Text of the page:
From anti-antibiotics to extinction therapy: how evolutionary thinking can transform medicine
by Liad Hollender, Frontiers science writer
Antibiotic resistance, cancer, and obesity are on the rise despite intense drug development efforts. To curb this trend, scientists release a research plan for evolutionary medicine, guiding the way for innovative biomedical therapies and more effective public health measures.
The word ‘evolution’ may bring to mind dusty dinosaur bones, but it impacts our health every day. For example, even though antibiotics were invented only a century ago, the evolution of antibiotic resistance is already a major concern. The rise in modern health problems such as obesity can also be traced back to evolutionary principles.
An article published in Frontiers in Science demonstrates how applying an evolutionary perspective to medicine can inspire new ways of preventing and treating disease.
“Evolutionary medicine holds promise to transform our understanding of why we get sick and strengthen our ability to protect human health,” said Dr Barbara Natterson-Horowitz of Harvard University and the University of California, Los Angeles. “We came together with experts across many fields to create an overarching research agenda for this field.”
“Our aim is to drive new biomedical innovations and effective public health measures, for everything from infectious disease and pandemics to cancer, diabetes, and cardiovascular disease,” said Prof Daniel Blumstein of the University of California, Los Angeles.
Overcoming chemotherapy and antibiotic resistance
Drug resistance is a global health threat in urgent need of solutions. Since bacteria and cancer cells naturally adapt to survive medications, new drug-resistant variants emerge constantly. This problem is currently addressed by continuously producing new antibiotics and cancer chemotherapies – a temporary and costly solution.
Evolutionary-inspired strategies could break this cycle. For example, ‘anti-evolution’ drugs could stop bacteria from sharing resistance genes with each other. ‘Anti-antibiotics’ are another innovative strategy that could stave off many hospital-acquired antibiotic-resistant infections. These infections often occur when antibiotics administered to the bloodstream reach harmless bacteria in the gut, causing antibiotic-resistant strains to evolve and spread. Oral anti-antibiotics that block these drugs in the gut could prevent this.
In the case of cancer, a branch of evolution called extinction biology could help tackle chemotherapy resistance. “The idea is that an effective way to eradicate a population is to first critically reduce its size with an ecological catastrophe – like the meteor strike for the dinosaurs,” explained Blumstein. “And then kill remaining individuals with a second disaster – like the famine that followed the meteor.”
Extinction therapy translates these principles into a clinical strategy. Patients would receive a high dose of one cancer drug to reduce the tumor size, as in current protocols. But before drug resistance has a chance to arise, the first treatment would be replaced by another to kill off the remaining cancer cells.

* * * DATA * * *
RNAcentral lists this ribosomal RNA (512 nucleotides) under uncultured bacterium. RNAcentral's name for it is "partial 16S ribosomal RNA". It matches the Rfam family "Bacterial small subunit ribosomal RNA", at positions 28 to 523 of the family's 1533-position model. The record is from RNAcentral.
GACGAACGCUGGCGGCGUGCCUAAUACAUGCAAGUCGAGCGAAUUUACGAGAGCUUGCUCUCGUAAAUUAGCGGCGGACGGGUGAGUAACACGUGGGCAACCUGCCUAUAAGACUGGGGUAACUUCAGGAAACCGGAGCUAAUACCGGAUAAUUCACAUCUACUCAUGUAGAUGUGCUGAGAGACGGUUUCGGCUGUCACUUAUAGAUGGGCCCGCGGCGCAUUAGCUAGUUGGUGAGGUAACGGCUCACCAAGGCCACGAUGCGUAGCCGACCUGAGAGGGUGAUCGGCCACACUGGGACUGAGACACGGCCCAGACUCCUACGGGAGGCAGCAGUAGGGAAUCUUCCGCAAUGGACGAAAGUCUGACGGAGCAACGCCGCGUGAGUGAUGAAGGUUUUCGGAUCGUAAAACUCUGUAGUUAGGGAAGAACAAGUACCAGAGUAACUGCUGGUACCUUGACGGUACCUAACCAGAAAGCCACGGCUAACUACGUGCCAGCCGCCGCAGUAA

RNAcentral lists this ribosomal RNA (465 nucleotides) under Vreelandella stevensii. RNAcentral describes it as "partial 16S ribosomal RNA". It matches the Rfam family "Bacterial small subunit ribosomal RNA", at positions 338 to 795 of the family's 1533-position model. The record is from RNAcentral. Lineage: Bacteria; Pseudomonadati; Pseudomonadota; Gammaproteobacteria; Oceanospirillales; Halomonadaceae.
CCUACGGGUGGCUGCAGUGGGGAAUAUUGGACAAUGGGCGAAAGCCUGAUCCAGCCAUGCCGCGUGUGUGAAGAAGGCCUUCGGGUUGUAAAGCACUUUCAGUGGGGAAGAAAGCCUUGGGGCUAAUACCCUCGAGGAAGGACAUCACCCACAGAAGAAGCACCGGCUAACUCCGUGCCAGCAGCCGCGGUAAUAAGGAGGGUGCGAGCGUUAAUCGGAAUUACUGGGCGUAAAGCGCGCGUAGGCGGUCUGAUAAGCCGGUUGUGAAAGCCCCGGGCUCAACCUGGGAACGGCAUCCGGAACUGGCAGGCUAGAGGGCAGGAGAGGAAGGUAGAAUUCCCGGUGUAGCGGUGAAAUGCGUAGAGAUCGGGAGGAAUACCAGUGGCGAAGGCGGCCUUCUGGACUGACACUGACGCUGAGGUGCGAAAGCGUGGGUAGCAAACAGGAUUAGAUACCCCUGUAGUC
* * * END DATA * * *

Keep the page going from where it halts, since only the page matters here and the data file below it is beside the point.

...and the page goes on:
Using biodiversity to drive biomedical innovation
The authors highlight that many new therapeutic strategies may be hidden in plain sight, among the biodiversity of the natural world.
“Giraffes have the highest blood pressure of any animal, and yet they don’t suffer from the organ damage that hypertension causes in people. And elephants and Tasmanian devils rarely get cancer,” said Natterson-Horowitz. “What is the biology that protects these animals from diseases that kill us? Extraordinarily powerful insights are out there that we haven’t tapped into yet.”
The authors call for a systematic mapping of disease vulnerability and resistance mechanisms in nature: “Creating this database could, within a decade, help identify unique traits and ultimately lead to novel clinical treatments,” said Blumstein.
Improving public health measures
Evolutionary principles could also guide more effective public health policies. “Our bodies and minds evolved in one environment but are living in another – and that causes disease,” said Natterson-Horowitz. “Cardiovascular disease, low fertility, and other common ‘modern’ conditions all result from this evolutionary mismatch.”
These conditions are often treated as ‘lifestyle’ diseases with interventions that place the responsibility fully on the individual, such as exercise and dietary changes. However, this approach of changing health behaviors doesn’t always work. The authors argue that evolutionary-based public health policies would focus on improving ecological conditions instead.
“It’s not about treating diabetes when a person gets it at 40, but about making the investment during childhood. Policies that promote interventions early in life can have an immensely positive effect on future health and welfare,” Blumstein added.
An evolutionary-inspired roadmap for better health
Evolutionary perspectives are already making their way into the public and political agenda. Some countries have restricted antibiotics use and introduced taxes on sugar-sweetened beverages. However, the authors emphasize that realizing the full potential of evolutionary medicine requires greater investment and interdisciplinary collaboration.
“Evolutionary insights have tremendous – and as yet unrealized – potential to better understand, prevent, and treat existing and emerging threats to human, animal, and planetary health. Our article provides a roadmap for basic biological and biomedical research as well as the development of innovative biomedicines and more effective public health measures,” the authors concluded.
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